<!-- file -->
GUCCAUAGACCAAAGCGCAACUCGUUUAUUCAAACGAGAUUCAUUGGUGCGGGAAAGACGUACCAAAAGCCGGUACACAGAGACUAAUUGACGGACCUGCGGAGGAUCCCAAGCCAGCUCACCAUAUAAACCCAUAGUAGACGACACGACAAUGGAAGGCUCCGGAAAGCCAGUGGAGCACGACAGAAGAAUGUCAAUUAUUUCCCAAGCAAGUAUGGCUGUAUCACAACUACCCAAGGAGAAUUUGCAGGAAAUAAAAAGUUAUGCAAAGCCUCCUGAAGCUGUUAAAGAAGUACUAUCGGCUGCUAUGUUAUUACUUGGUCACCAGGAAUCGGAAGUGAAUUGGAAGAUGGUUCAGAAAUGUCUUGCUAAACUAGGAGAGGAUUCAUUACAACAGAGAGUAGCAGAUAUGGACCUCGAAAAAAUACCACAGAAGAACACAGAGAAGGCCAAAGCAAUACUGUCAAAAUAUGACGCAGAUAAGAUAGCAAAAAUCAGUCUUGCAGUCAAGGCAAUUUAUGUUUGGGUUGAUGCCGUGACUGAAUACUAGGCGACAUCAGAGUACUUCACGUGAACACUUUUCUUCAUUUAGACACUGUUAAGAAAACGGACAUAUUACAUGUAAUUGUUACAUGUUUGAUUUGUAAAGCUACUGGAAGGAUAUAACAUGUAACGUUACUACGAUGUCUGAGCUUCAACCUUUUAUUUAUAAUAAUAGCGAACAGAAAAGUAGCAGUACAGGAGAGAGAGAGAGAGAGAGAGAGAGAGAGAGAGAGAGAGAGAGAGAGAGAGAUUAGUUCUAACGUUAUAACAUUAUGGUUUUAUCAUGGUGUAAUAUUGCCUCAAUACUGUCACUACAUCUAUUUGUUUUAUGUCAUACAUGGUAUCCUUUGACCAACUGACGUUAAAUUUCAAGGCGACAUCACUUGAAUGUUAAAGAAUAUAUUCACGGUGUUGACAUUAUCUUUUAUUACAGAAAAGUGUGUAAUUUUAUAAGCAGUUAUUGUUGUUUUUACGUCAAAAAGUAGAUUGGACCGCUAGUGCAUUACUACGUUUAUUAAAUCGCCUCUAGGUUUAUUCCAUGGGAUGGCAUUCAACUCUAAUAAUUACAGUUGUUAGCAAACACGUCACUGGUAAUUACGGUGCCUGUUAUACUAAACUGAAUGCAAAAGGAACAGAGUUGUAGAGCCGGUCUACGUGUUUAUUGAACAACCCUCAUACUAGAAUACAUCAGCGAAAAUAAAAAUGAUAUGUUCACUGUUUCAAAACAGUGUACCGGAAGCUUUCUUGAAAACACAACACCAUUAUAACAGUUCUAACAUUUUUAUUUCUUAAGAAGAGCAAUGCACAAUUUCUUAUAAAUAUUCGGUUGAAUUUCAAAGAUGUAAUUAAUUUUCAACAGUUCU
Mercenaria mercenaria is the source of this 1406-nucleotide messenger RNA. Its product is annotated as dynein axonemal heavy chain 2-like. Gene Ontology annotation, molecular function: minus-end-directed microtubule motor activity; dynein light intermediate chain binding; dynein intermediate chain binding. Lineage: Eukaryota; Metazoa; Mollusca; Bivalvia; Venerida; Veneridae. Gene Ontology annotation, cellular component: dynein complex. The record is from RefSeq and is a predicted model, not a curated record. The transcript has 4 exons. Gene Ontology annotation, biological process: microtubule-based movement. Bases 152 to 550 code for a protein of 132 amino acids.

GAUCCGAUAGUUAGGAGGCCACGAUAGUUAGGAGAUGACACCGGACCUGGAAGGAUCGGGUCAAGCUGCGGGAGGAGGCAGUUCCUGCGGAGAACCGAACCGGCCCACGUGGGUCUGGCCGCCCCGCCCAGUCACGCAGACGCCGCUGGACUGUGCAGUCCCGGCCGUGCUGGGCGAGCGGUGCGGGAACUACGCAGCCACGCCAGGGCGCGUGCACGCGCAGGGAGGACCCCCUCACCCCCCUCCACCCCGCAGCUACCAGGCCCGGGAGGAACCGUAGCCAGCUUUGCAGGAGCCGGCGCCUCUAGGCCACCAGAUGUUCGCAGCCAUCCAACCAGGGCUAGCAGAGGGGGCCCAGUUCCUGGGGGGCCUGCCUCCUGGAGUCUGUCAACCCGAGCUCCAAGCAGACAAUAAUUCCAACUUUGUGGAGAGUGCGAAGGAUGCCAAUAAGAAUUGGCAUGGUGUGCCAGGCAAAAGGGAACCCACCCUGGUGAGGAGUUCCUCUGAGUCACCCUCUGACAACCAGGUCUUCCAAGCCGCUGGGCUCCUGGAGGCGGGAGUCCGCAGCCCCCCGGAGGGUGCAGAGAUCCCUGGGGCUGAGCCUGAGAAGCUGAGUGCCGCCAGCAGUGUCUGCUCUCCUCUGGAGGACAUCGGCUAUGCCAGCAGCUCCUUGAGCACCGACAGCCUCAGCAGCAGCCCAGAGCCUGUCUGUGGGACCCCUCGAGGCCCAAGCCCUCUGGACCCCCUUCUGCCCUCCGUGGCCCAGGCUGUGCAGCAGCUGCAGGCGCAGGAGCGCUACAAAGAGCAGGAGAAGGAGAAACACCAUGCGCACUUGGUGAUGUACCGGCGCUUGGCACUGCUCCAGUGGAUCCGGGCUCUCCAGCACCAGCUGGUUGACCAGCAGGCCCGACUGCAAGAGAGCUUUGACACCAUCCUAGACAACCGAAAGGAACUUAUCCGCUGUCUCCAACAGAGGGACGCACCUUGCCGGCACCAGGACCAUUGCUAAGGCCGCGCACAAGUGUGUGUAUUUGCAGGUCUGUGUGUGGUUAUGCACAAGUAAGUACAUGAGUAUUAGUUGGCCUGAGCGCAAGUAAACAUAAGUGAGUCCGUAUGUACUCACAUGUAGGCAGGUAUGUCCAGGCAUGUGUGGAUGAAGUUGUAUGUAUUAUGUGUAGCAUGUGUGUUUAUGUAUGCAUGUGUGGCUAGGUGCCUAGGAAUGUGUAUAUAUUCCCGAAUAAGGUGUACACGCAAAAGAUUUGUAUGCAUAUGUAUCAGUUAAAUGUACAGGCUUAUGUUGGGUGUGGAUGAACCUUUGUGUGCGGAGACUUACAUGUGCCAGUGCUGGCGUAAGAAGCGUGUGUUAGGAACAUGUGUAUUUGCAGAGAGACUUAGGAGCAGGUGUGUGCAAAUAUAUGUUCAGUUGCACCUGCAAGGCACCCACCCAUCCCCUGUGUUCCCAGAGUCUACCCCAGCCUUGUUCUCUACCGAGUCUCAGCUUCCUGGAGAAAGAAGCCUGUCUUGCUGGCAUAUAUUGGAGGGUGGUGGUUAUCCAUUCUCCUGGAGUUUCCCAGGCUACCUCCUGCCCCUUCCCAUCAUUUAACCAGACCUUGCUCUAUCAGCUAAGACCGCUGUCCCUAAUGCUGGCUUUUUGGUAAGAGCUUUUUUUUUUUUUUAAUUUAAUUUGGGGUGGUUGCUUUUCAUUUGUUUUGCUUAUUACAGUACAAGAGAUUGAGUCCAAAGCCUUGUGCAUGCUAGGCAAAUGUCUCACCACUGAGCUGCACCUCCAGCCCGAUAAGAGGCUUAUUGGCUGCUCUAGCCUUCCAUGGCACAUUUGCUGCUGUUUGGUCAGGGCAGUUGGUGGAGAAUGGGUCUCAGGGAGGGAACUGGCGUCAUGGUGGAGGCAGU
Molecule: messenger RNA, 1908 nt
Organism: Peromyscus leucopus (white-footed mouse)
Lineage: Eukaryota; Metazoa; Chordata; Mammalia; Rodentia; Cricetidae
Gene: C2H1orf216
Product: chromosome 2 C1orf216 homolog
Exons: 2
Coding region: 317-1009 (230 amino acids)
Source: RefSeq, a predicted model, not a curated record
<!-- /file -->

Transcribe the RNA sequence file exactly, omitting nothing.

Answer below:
GUCCAUAGACCAAAGCGCAACUCGUUUAUUCAAACGAGAUUCAUUGGUGCGGGAAAGACGUACCAAAAGCCGGUACACAGAGACUAAUUGACGGACCUGCGGAGGAUCCCAAGCCAGCUCACCAUAUAAACCCAUAGUAGACGACACGACAAUGGAAGGCUCCGGAAAGCCAGUGGAGCACGACAGAAGAAUGUCAAUUAUUUCCCAAGCAAGUAUGGCUGUAUCACAACUACCCAAGGAGAAUUUGCAGGAAAUAAAAAGUUAUGCAAAGCCUCCUGAAGCUGUUAAAGAAGUACUAUCGGCUGCUAUGUUAUUACUUGGUCACCAGGAAUCGGAAGUGAAUUGGAAGAUGGUUCAGAAAUGUCUUGCUAAACUAGGAGAGGAUUCAUUACAACAGAGAGUAGCAGAUAUGGACCUCGAAAAAAUACCACAGAAGAACACAGAGAAGGCCAAAGCAAUACUGUCAAAAUAUGACGCAGAUAAGAUAGCAAAAAUCAGUCUUGCAGUCAAGGCAAUUUAUGUUUGGGUUGAUGCCGUGACUGAAUACUAGGCGACAUCAGAGUACUUCACGUGAACACUUUUCUUCAUUUAGACACUGUUAAGAAAACGGACAUAUUACAUGUAAUUGUUACAUGUUUGAUUUGUAAAGCUACUGGAAGGAUAUAACAUGUAACGUUACUACGAUGUCUGAGCUUCAACCUUUUAUUUAUAAUAAUAGCGAACAGAAAAGUAGCAGUACAGGAGAGAGAGAGAGAGAGAGAGAGAGAGAGAGAGAGAGAGAGAGAGAGAGAGAUUAGUUCUAACGUUAUAACAUUAUGGUUUUAUCAUGGUGUAAUAUUGCCUCAAUACUGUCACUACAUCUAUUUGUUUUAUGUCAUACAUGGUAUCCUUUGACCAACUGACGUUAAAUUUCAAGGCGACAUCACUUGAAUGUUAAAGAAUAUAUUCACGGUGUUGACAUUAUCUUUUAUUACAGAAAAGUGUGUAAUUUUAUAAGCAGUUAUUGUUGUUUUUACGUCAAAAAGUAGAUUGGACCGCUAGUGCAUUACUACGUUUAUUAAAUCGCCUCUAGGUUUAUUCCAUGGGAUGGCAUUCAACUCUAAUAAUUACAGUUGUUAGCAAACACGUCACUGGUAAUUACGGUGCCUGUUAUACUAAACUGAAUGCAAAAGGAACAGAGUUGUAGAGCCGGUCUACGUGUUUAUUGAACAACCCUCAUACUAGAAUACAUCAGCGAAAAUAAAAAUGAUAUGUUCACUGUUUCAAAACAGUGUACCGGAAGCUUUCUUGAAAACACAACACCAUUAUAACAGUUCUAACAUUUUUAUUUCUUAAGAAGAGCAAUGCACAAUUUCUUAUAAAUAUUCGGUUGAAUUUCAAAGAUGUAAUUAAUUUUCAACAGUUCU
Mercenaria mercenaria is the source of this 1406-nucleotide messenger RNA. Its product is annotated as dynein axonemal heavy chain 2-like. Gene Ontology annotation, molecular function: minus-end-directed microtubule motor activity; dynein light intermediate chain binding; dynein intermediate chain binding. Lineage: Eukaryota; Metazoa; Mollusca; Bivalvia; Venerida; Veneridae. Gene Ontology annotation, cellular component: dynein complex. The record is from RefSeq and is a predicted model, not a curated record. The transcript has 4 exons. Gene Ontology annotation, biological process: microtubule-based movement. Bases 152 to 550 code for a protein of 132 amino acids.

GAUCCGAUAGUUAGGAGGCCACGAUAGUUAGGAGAUGACACCGGACCUGGAAGGAUCGGGUCAAGCUGCGGGAGGAGGCAGUUCCUGCGGAGAACCGAACCGGCCCACGUGGGUCUGGCCGCCCCGCCCAGUCACGCAGACGCCGCUGGACUGUGCAGUCCCGGCCGUGCUGGGCGAGCGGUGCGGGAACUACGCAGCCACGCCAGGGCGCGUGCACGCGCAGGGAGGACCCCCUCACCCCCCUCCACCCCGCAGCUACCAGGCCCGGGAGGAACCGUAGCCAGCUUUGCAGGAGCCGGCGCCUCUAGGCCACCAGAUGUUCGCAGCCAUCCAACCAGGGCUAGCAGAGGGGGCCCAGUUCCUGGGGGGCCUGCCUCCUGGAGUCUGUCAACCCGAGCUCCAAGCAGACAAUAAUUCCAACUUUGUGGAGAGUGCGAAGGAUGCCAAUAAGAAUUGGCAUGGUGUGCCAGGCAAAAGGGAACCCACCCUGGUGAGGAGUUCCUCUGAGUCACCCUCUGACAACCAGGUCUUCCAAGCCGCUGGGCUCCUGGAGGCGGGAGUCCGCAGCCCCCCGGAGGGUGCAGAGAUCCCUGGGGCUGAGCCUGAGAAGCUGAGUGCCGCCAGCAGUGUCUGCUCUCCUCUGGAGGACAUCGGCUAUGCCAGCAGCUCCUUGAGCACCGACAGCCUCAGCAGCAGCCCAGAGCCUGUCUGUGGGACCCCUCGAGGCCCAAGCCCUCUGGACCCCCUUCUGCCCUCCGUGGCCCAGGCUGUGCAGCAGCUGCAGGCGCAGGAGCGCUACAAAGAGCAGGAGAAGGAGAAACACCAUGCGCACUUGGUGAUGUACCGGCGCUUGGCACUGCUCCAGUGGAUCCGGGCUCUCCAGCACCAGCUGGUUGACCAGCAGGCCCGACUGCAAGAGAGCUUUGACACCAUCCUAGACAACCGAAAGGAACUUAUCCGCUGUCUCCAACAGAGGGACGCACCUUGCCGGCACCAGGACCAUUGCUAAGGCCGCGCACAAGUGUGUGUAUUUGCAGGUCUGUGUGUGGUUAUGCACAAGUAAGUACAUGAGUAUUAGUUGGCCUGAGCGCAAGUAAACAUAAGUGAGUCCGUAUGUACUCACAUGUAGGCAGGUAUGUCCAGGCAUGUGUGGAUGAAGUUGUAUGUAUUAUGUGUAGCAUGUGUGUUUAUGUAUGCAUGUGUGGCUAGGUGCCUAGGAAUGUGUAUAUAUUCCCGAAUAAGGUGUACACGCAAAAGAUUUGUAUGCAUAUGUAUCAGUUAAAUGUACAGGCUUAUGUUGGGUGUGGAUGAACCUUUGUGUGCGGAGACUUACAUGUGCCAGUGCUGGCGUAAGAAGCGUGUGUUAGGAACAUGUGUAUUUGCAGAGAGACUUAGGAGCAGGUGUGUGCAAAUAUAUGUUCAGUUGCACCUGCAAGGCACCCACCCAUCCCCUGUGUUCCCAGAGUCUACCCCAGCCUUGUUCUCUACCGAGUCUCAGCUUCCUGGAGAAAGAAGCCUGUCUUGCUGGCAUAUAUUGGAGGGUGGUGGUUAUCCAUUCUCCUGGAGUUUCCCAGGCUACCUCCUGCCCCUUCCCAUCAUUUAACCAGACCUUGCUCUAUCAGCUAAGACCGCUGUCCCUAAUGCUGGCUUUUUGGUAAGAGCUUUUUUUUUUUUUUAAUUUAAUUUGGGGUGGUUGCUUUUCAUUUGUUUUGCUUAUUACAGUACAAGAGAUUGAGUCCAAAGCCUUGUGCAUGCUAGGCAAAUGUCUCACCACUGAGCUGCACCUCCAGCCCGAUAAGAGGCUUAUUGGCUGCUCUAGCCUUCCAUGGCACAUUUGCUGCUGUUUGGUCAGGGCAGUUGGUGGAGAAUGGGUCUCAGGGAGGGAACUGGCGUCAUGGUGGAGGCAGU
Molecule: messenger RNA, 1908 nt
Organism: Peromyscus leucopus (white-footed mouse)
Lineage: Eukaryota; Metazoa; Chordata; Mammalia; Rodentia; Cricetidae
Gene: C2H1orf216
Product: chromosome 2 C1orf216 homolog
Exons: 2
Coding region: 317-1009 (230 amino acids)
Source: RefSeq, a predicted model, not a curated record